If the wall / barrier in certain sections is working to large extend and diminishing illegal immigration, we need to look at that and see about the feasibility of trying to duplicate that success elsewhere.

In the comments of our post the other day, one commenter wrote:

A wall to separate the USA from México is the most abysmally stupid idea that has been put forth by the self-serving idiots that have been given access to govern our nation by a populace that lost its ability to think for itself many years ago.

The last time anyone tried something as stupid and ineffective as a wall was in Berlin. Look how “successful” that was. All we will see with “president” Trump’s wall will be a never ending stream of people climbing over it or tunneling under it.

We would disagree with the idea that the Berlin wall was “ineffective.” The wall was erected in 1961 and stood for 28 years. It should, however, be noted that the wall was not designed to keep people out, but to keep people in. As to its effectiveness:

By the 1980s, this system of walls and electrified fences extended 28 miles through Berlin and 75 miles around West Berlin, separating it from the rest of East Germany. The East Germans also erected an extensive barrier along most of the 850-mile border between East and West Germany.

In the West, the Berlin Wall was regarded as a major symbol of communist oppression. About 5,000 East Germans managed to escape across the Berlin Wall to the West, but the frequency of successful escapes dwindled as the wall was increasingly fortified. Thousands of East Germans were captured during attempted crossings and 191 were killed.

Let’s do some crazy, somewhat non-meaningful calculations here.

The length of the Berlin Wall and barriers was 953 miles. Assuming the flow of people leaving East Germany was constant over the 28 years of the wall, (and the flow was not constant) that’s 178.6 people crossing the wall per year or 0.187 person per mile per year. Take that figure and multiply it by the 1,954 miles of the southern border and you get 366.78 people crossing per year. That’s a drastic reduction in illegal immigration using the “ineffective” Berlin Wall as an example.

As far as border walls in general go, we were somewhat shocked by the number of border walls in the world. According to an article in the Harvard International Review:

In November of 1989, the Socialist Unity Party, the Communist leaders of the East German state, announced that citizens of East Berlin were free to cross the border into the West, and the wall that had divided Berlin came crumbling to the ground. To many observers, this action symbolized the dawn of a new period of globalization, migration, and interconnection of nations—the world could now be united in an era of peace.

In reality, more walls have gone up since the event than ever before.

Since the fall of the Berlin Wall, the number of border walls between nations has more than quadrupled. According to Elisabeth Valet, a researcher at the University of Quebec, there are more than 65 walls currently standing or under construction. Unlike the Berlin Wall, which was meant to keep people in, most of these walls were built to keep people out by deterring illegal immigration, stopping the flow of contraband, or protecting citizens from crimes. While many were shocked by US President Donald Trump’s plans to build a border wall, a wall is by no means uncommon among both developing and developed nations. Countries such as Hungary, Britain, Bulgaria, Norway, Turkey, and Myanmar have all built walls on their borders, raising the question: would a wall along the US-Mexico border be successful? (emphasis ours)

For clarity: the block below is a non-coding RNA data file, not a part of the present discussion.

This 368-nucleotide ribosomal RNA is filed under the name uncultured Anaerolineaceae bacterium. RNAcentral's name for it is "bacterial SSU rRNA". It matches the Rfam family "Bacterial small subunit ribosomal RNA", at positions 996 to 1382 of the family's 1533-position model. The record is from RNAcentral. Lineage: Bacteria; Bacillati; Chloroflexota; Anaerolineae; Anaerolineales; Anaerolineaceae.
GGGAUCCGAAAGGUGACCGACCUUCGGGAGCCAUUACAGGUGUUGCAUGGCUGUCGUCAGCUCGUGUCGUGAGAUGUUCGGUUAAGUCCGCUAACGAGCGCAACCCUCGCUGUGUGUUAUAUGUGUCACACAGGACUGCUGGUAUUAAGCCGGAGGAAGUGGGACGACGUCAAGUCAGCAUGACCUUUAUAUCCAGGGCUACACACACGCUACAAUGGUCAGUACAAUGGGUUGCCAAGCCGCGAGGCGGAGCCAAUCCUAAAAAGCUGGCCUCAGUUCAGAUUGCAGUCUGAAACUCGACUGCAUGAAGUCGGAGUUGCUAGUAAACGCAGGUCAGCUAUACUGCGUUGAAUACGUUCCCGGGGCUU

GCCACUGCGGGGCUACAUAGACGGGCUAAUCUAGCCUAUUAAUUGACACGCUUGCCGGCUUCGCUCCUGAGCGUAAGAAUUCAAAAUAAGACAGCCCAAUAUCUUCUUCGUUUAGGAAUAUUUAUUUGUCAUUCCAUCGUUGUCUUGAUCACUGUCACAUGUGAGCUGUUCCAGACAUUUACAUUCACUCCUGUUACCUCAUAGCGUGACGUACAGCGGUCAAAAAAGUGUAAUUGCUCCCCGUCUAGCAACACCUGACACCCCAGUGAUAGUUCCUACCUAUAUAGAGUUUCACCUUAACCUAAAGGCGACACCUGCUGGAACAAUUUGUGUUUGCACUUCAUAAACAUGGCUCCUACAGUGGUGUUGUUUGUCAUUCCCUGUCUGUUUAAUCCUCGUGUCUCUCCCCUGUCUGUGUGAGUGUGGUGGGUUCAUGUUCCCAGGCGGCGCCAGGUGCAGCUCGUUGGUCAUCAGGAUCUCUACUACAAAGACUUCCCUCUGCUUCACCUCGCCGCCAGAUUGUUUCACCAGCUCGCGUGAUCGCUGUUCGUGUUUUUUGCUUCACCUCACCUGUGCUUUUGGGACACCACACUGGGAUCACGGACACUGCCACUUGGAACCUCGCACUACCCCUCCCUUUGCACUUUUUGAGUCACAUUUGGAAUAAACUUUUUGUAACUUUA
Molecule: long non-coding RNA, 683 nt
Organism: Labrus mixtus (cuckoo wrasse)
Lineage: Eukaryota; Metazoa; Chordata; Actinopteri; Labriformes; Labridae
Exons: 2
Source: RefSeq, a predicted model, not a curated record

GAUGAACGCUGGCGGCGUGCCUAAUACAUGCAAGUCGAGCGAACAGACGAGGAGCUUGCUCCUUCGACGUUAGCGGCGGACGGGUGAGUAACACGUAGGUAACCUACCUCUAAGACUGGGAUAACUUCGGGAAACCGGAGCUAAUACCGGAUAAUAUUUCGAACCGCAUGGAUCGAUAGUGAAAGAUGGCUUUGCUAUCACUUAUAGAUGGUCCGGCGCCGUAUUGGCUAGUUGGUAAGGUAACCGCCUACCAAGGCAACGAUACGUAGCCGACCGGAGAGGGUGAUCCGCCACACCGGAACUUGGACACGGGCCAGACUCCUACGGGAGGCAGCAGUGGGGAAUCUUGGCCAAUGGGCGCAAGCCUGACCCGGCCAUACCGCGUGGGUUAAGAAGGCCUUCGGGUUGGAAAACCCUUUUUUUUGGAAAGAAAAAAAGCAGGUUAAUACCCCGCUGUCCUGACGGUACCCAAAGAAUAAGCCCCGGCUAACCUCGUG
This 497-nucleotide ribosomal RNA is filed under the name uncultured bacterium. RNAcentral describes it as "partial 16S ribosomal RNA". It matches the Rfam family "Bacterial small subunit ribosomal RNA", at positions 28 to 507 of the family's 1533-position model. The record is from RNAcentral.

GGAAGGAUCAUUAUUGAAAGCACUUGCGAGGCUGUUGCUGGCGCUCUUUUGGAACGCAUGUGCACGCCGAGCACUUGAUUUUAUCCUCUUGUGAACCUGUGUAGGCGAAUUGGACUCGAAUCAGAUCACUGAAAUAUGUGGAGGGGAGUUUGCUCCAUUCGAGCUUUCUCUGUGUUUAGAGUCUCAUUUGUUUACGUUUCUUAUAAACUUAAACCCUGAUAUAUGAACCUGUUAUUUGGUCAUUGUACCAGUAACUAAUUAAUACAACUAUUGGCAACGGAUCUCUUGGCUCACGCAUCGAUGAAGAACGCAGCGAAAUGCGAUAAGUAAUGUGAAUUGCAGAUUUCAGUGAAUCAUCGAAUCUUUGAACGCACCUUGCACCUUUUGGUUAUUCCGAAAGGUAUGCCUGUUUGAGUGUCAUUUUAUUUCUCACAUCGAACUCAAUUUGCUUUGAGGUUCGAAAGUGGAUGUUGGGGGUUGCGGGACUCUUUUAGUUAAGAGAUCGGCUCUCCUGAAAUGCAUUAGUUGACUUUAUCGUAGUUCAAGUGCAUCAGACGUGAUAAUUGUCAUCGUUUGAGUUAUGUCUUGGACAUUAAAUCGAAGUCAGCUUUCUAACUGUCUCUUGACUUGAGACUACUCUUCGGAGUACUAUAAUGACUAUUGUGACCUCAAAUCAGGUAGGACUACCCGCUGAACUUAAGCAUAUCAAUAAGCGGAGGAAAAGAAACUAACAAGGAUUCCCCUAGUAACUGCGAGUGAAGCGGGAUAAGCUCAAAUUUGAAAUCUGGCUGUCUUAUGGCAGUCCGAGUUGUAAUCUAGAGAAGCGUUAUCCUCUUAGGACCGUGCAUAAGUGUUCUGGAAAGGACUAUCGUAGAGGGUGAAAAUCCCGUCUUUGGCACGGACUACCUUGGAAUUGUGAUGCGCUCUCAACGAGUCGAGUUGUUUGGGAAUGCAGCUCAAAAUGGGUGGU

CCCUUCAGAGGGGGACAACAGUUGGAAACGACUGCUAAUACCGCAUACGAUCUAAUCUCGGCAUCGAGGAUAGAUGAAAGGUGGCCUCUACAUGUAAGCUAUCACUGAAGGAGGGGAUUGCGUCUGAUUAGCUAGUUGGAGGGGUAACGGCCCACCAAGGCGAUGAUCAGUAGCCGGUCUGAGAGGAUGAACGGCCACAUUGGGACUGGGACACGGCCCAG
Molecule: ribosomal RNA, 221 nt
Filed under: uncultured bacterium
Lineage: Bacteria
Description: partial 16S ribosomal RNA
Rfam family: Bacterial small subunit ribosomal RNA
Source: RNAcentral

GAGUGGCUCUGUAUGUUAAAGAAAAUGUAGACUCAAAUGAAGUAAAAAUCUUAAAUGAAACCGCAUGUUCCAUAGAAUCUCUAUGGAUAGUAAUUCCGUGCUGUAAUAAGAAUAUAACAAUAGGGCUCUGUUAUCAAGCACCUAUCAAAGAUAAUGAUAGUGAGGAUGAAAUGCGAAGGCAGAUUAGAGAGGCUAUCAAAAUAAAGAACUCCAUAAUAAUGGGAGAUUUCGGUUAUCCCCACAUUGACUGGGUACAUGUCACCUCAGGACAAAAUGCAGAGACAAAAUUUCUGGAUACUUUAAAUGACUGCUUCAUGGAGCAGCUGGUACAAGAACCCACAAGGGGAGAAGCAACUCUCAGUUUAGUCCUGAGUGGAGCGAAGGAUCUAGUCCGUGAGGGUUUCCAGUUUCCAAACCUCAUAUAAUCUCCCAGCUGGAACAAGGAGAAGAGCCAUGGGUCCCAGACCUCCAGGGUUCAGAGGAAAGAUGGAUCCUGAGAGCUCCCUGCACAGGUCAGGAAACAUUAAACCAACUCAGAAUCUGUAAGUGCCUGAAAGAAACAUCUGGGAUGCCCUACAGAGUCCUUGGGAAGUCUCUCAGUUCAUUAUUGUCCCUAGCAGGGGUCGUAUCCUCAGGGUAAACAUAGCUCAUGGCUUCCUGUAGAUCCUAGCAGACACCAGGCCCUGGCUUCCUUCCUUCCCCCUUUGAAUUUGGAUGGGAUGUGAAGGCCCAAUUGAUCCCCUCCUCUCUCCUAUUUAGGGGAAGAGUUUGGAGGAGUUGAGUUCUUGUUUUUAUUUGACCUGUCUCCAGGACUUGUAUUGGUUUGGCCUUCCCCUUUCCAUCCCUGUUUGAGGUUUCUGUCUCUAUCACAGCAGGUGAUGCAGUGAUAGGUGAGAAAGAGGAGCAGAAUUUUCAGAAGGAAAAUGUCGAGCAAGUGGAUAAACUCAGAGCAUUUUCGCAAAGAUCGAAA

The article cites three walls in particular:

Israel’s Southern Immigration Border

While Israel’s border wall along the Gaza Strip often receives much media attention, its southern border wall, which was constructed to stop the flow of African immigrants from places like Eritrea and Sudan, has been relatively ignored by the media. Construction on the wall began in 2010 and finished in 2013, costing US$400 million for the relatively small 150-mile wall (the US-Mexico border wall, for comparison, would be at least 1300 miles long). The wall—which is more of a fence—is made of steel and barbed wire, and stands surrounded by unending hills of desert sand and brush. The sight is broken only by the occasional guard tower jutting above the wall.

Israeli Prime Minister Benjamin Netanyahu has praised Trump’s idea for a wall as a “great idea” and a “great success,” claiming on Twitter that his own wall “has stopped all illegal immigration.” While Israel’s wall has definitely not stopped all illegal immigration, it has assisted in cutting it down significantly. According to statistics published by Israel’s Ministry of the Interior, 17,000 African immigrants entered the state illegally in 2011. However, in 2013, after the completion of the wall, the number fell to a mere 43.


Egypt’s Steel Barrier with Gaza

Moving west of Israel to the other side of the Gaza Strip, Egypt has also erected a massive steel barricade with Gaza. Unlike the Israeli wall, which is more of a fence, the Egyptian barrier is definitely a wall; the barrier is made of bombproof, super strength steel which cannot be cut or melted, and extends an astounding 20 meters underground. In fact, the Egyptian wall is one of the few that can be delineated from space.